This time we don't flush anything for a while and we decided to cut across the field to another spot.  The Hawk follows along power pole to power pole until we reach another good spot of cover which Jonathan and myself quickly work our way through.  Fortunately though, the much younger Daniel toughs it out in the thick stuff and flushes another rabbit.  The Red-tail launches herself off of a high power pole folds into a stoop, levels out about half way down, repositions, and recommits to her stoop, smashing into rabbit #4!  Four flights at rabbits and four catches!  28, 29, 30, and 31 for the year and there is plenty of season left.  About as good a year as I have seen out of any apprentice and its not over yet.   Before Jonathan can even think about #5 we all let him know that we've had just about enough walking in 10" snow and I'm pretty sure that he was relieved.  Of course now we are probably close to a mile from the car, but I can assure you that the walk back was far easier for the group than it was for Jonathan, because I held his game bag went we got back to the car and it had to be over 10 pounds.  That may not sound like much when when you have to carry through all that snow it adds up and I'm sure he slept well last night.

At this point Jonathan and Daniel had to head back to Tulsa and Kent, Scott and I loaded up the longwings and went searching for ducks on the ranch.  We found a good setup with about 50 mixed ducks on a small pond and Scott insisted that I fly first.  We put Tulsa in the air and he stunk it up from that start.  He had a pretty slow wingbeat, would climb for a bit then fly around losing height then climb a bit, then tool around some more and when the ducks were flushed he buzzed them and landed on the ground.  I called him to the lure and put him up.  Today was the heaviest I have ever flown him, 722 grams, so I'm pretty confident that todays shenanigans can be attributed to high weight since I'm usually flying him around 685-690.  Surprisingly two ducks stayed on the pond through all of that and Scott put his bird up for a shot at them.  Bullseye climbed really well in the perfectly calm evening.  At 1000' or above we went in for the flush and a Gadwall was hit but not solid and she bounced of the hill leading down to the water and returned to its safety.  The falcon was called down and this time the peer pressure was applied to Scott to fly again.  He decided that we would try one of his new ponds and sure enough there was probably 100 or more ducks on it.  After a bit of a rest Bullseye was in the air again quickly climbing in front of the truck and toward the pond.  Not quite as high as he was on the first pond, but still at a very respectable pitch, he stooped the fleeing ducks from a near vertical position.  We could hear the thud of the impact from probably 100 yards away and knew that there was a dead duck behind the dam wall of the pond.  After watching Scott run to his bird (there are eagles that hang out here), Kent and I made our way down the hill to find the falcon happily munching on the neck of a drake Wigeon as the sun went down.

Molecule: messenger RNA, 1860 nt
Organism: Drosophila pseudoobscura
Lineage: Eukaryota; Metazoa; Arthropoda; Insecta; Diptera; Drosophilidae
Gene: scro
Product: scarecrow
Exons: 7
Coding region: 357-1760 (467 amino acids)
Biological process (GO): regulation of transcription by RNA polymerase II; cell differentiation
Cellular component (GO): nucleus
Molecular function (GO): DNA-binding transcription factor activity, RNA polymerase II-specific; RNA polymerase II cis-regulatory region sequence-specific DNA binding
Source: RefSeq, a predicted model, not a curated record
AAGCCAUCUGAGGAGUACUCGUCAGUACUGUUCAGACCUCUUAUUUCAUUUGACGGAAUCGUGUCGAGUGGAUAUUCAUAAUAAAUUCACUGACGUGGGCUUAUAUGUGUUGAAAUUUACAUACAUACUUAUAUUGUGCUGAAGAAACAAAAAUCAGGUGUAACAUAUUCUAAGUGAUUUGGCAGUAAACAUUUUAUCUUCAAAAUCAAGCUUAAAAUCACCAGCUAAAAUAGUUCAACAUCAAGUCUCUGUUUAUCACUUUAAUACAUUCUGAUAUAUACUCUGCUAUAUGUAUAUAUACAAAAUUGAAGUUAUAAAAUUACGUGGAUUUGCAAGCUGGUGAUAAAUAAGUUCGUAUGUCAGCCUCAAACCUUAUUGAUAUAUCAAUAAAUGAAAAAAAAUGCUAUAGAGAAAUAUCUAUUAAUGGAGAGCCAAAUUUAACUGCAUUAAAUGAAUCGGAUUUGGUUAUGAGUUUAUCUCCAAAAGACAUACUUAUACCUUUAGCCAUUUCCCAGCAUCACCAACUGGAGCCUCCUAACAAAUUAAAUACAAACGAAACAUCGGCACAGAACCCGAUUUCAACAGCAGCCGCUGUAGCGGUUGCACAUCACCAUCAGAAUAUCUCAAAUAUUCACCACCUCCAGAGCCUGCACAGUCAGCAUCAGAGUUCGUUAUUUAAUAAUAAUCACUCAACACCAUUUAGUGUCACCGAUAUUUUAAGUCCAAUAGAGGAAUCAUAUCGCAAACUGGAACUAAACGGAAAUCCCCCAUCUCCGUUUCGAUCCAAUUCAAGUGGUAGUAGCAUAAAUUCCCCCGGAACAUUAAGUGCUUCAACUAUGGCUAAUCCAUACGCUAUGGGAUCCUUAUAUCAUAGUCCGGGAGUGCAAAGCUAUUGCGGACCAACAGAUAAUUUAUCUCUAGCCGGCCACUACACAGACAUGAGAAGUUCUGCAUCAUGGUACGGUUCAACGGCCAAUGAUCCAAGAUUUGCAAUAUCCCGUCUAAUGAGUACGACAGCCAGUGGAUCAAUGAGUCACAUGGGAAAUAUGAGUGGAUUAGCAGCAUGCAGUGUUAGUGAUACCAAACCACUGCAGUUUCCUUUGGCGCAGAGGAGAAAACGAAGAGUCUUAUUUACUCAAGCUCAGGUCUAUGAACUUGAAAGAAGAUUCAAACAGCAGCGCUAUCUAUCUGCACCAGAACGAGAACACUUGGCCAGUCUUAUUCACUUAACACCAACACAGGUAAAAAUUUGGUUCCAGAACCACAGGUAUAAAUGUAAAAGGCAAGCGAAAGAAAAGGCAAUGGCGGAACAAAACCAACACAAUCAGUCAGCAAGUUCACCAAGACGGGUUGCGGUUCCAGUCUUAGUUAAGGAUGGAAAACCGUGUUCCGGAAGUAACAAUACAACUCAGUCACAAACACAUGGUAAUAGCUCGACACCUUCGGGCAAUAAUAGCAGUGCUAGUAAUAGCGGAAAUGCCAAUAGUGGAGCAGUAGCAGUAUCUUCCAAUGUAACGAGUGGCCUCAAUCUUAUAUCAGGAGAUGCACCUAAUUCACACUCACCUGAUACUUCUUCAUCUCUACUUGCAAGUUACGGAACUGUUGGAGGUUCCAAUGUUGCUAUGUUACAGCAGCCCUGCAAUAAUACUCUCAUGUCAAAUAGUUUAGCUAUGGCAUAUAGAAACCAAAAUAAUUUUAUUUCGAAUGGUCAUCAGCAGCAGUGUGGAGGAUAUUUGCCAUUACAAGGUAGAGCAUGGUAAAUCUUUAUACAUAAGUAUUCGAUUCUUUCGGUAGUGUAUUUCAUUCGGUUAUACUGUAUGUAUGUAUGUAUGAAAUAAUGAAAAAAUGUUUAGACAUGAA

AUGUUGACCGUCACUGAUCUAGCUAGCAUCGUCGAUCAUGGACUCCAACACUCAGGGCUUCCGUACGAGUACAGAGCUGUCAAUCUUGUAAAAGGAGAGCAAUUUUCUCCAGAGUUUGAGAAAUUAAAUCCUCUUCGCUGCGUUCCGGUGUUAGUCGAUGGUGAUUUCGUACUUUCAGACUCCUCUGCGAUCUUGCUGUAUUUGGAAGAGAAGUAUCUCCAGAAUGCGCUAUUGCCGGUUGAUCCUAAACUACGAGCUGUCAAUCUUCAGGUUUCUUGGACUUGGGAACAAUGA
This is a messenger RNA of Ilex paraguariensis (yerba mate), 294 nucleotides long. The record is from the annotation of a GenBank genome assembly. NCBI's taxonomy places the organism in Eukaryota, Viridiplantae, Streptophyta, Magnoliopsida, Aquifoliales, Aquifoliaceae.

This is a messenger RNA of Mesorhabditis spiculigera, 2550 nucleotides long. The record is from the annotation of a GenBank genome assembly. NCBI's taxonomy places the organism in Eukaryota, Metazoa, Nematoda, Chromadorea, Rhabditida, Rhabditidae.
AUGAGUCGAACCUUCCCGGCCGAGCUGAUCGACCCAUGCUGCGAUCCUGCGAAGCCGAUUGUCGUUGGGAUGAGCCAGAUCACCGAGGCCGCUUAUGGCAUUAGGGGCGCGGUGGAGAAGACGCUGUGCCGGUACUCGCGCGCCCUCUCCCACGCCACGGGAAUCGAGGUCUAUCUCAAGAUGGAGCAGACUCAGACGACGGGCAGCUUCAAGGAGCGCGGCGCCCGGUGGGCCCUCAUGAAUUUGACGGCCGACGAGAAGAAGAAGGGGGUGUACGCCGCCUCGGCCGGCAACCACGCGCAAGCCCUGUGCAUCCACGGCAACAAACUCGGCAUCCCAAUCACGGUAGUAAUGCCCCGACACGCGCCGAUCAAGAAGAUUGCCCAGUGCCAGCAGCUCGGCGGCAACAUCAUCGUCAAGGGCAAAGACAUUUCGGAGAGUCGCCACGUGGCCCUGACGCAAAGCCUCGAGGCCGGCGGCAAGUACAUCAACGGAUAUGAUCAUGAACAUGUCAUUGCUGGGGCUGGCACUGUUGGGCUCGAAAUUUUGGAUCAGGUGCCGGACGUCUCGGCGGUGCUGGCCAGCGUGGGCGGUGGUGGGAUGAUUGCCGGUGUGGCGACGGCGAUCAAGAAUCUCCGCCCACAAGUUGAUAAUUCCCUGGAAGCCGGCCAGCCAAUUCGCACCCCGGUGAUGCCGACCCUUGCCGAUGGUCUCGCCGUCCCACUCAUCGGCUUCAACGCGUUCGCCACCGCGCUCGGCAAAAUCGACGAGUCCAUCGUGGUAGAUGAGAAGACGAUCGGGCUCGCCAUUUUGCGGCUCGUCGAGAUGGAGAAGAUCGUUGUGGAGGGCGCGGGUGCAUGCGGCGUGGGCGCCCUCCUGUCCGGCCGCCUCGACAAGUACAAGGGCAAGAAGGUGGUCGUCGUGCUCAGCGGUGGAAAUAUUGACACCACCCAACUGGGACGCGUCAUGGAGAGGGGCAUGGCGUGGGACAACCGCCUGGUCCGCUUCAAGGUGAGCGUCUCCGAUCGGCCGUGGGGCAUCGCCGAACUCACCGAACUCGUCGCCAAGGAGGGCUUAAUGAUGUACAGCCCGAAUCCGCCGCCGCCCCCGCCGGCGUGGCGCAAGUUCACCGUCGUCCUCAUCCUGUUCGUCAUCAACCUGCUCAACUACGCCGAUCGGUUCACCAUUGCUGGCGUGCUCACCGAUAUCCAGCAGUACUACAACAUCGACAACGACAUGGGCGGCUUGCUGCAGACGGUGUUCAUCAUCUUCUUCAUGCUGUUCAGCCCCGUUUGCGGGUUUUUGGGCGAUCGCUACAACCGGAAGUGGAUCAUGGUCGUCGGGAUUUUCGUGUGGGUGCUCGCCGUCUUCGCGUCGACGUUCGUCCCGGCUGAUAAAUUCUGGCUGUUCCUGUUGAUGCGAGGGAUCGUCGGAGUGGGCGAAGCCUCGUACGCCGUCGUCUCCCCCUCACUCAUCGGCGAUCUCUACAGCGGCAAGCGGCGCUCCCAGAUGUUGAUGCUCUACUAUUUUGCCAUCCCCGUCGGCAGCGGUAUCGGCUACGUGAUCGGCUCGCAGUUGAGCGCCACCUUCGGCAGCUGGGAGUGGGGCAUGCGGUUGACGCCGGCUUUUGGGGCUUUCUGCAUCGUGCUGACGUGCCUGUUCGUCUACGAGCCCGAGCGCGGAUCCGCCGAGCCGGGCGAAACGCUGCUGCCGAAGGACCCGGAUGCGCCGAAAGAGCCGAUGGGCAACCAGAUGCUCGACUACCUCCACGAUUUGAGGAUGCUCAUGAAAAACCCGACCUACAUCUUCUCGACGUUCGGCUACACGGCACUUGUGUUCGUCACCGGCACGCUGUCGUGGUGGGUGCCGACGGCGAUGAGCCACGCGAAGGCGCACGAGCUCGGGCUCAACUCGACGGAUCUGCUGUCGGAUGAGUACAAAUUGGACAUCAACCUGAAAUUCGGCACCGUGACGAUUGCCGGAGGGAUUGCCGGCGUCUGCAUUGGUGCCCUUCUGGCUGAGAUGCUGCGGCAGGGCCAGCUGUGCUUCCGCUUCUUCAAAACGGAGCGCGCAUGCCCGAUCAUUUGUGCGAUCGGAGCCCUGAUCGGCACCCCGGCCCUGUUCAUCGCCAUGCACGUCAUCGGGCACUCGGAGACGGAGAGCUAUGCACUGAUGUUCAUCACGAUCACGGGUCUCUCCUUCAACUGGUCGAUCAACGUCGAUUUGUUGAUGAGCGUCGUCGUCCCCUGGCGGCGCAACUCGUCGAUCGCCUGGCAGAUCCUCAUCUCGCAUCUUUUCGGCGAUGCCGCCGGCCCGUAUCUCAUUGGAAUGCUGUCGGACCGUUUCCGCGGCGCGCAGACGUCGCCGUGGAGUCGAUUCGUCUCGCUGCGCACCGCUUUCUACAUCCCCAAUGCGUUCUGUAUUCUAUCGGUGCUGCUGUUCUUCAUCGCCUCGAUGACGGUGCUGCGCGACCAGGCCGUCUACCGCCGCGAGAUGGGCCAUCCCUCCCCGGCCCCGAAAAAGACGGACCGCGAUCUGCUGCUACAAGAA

Overall a great day of falconry.  Of course I was the only one to draw a blank, but it was a blast just hanging out with like minded people and watching some great birds doing what they were made to do.

*update*  Back in the Game

Took the K-bird out this morning with my wife tagging along, her first time car hawking.  Made one turn out of the neighborhood, saw some starlings, turned right, one slip one grab, back home in less than 5! Finally some falconry she enjoyed.


Anonymous said...

Jonathan's bird looks HUGE...
any idea what trappping weight or flying weight is?

Ryan said...

She is big for a western RT. Trapped at 49oz and flies at little above 39oz

Anonymous said...

And she was trapped in OK?
Awesome, thanks for the info.